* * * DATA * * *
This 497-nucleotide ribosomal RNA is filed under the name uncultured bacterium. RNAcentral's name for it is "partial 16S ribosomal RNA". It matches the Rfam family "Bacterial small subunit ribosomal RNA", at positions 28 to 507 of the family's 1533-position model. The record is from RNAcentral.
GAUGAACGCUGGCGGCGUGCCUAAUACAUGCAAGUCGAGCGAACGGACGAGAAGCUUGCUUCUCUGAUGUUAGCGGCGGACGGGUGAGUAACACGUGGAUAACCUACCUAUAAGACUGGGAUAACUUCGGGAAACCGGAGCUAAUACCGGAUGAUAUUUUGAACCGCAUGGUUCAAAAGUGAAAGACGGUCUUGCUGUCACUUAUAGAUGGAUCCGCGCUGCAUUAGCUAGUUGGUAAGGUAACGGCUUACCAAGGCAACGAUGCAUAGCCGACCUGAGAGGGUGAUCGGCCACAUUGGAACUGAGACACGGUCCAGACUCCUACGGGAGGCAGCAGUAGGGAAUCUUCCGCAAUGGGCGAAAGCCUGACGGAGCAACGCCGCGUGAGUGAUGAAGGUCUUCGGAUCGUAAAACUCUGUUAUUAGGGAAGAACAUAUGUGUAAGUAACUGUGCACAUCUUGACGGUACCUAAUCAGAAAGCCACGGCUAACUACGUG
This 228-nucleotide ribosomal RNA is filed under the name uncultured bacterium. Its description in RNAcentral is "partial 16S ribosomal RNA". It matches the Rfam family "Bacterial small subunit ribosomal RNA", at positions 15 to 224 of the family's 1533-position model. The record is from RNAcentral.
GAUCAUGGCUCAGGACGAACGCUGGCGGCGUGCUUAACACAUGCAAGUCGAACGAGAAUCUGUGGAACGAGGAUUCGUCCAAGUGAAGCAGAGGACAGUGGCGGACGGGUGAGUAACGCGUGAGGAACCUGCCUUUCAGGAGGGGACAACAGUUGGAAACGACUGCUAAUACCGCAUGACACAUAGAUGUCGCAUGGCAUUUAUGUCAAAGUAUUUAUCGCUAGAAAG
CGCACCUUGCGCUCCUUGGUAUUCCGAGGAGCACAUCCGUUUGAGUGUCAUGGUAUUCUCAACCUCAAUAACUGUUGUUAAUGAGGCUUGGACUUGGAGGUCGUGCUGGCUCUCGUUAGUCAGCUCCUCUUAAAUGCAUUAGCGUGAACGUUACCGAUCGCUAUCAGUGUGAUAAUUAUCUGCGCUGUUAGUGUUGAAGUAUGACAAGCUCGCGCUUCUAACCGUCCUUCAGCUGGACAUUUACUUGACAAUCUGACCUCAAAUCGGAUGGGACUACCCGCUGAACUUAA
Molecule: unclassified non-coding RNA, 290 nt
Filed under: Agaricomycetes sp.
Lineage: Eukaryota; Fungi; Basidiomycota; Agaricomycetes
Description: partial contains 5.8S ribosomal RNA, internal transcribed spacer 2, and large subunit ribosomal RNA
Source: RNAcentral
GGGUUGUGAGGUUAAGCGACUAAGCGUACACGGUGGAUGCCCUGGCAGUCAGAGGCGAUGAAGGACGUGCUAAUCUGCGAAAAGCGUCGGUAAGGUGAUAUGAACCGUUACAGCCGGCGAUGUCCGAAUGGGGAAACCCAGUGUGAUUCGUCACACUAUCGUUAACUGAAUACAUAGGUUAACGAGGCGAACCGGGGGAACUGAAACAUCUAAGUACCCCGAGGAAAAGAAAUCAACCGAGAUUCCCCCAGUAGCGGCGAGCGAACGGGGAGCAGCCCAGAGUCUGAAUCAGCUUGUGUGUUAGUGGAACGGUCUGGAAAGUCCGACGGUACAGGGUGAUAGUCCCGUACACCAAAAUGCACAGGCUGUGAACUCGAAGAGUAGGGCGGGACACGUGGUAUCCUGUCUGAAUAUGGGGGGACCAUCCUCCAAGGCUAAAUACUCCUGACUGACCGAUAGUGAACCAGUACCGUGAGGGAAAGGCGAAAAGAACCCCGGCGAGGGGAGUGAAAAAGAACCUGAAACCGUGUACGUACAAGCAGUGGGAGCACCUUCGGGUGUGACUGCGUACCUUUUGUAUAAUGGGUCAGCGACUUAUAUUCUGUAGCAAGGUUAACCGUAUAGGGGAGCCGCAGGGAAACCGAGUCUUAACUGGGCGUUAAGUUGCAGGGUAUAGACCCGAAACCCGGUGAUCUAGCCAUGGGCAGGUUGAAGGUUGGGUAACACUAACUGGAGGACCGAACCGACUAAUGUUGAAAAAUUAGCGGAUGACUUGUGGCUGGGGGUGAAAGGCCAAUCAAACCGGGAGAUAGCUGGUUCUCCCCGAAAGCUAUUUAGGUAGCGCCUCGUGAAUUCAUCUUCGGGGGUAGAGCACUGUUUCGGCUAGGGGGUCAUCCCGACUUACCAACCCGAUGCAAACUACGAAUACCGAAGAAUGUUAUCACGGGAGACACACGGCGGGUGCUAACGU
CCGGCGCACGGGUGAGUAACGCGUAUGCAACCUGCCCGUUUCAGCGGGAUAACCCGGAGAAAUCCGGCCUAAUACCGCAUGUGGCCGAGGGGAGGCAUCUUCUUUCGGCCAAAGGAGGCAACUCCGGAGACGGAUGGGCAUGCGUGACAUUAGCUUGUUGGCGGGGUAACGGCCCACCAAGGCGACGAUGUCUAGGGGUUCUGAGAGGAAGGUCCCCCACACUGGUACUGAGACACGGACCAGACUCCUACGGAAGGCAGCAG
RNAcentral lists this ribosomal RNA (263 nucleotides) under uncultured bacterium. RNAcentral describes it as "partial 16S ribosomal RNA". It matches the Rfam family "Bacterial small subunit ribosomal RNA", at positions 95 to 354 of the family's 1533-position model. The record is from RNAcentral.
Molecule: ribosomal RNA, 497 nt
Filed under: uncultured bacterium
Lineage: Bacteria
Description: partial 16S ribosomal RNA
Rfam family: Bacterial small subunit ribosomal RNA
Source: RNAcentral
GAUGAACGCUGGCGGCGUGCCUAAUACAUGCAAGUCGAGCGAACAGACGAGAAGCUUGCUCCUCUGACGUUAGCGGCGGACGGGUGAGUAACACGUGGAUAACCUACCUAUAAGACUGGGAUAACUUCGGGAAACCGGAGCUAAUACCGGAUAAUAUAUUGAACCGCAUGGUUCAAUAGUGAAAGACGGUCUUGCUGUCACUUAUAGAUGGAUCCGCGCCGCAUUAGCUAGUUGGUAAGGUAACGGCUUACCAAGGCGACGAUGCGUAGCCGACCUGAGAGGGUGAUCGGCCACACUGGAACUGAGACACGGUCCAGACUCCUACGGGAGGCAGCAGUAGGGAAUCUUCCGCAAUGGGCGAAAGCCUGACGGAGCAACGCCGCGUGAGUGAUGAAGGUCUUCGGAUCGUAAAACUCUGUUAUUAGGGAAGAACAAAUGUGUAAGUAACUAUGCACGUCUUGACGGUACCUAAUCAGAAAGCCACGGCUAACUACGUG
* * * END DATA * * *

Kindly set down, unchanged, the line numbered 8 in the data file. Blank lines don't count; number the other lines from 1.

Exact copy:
Lineage: Eukaryota; Fungi; Basidiomycota; Agaricomycetes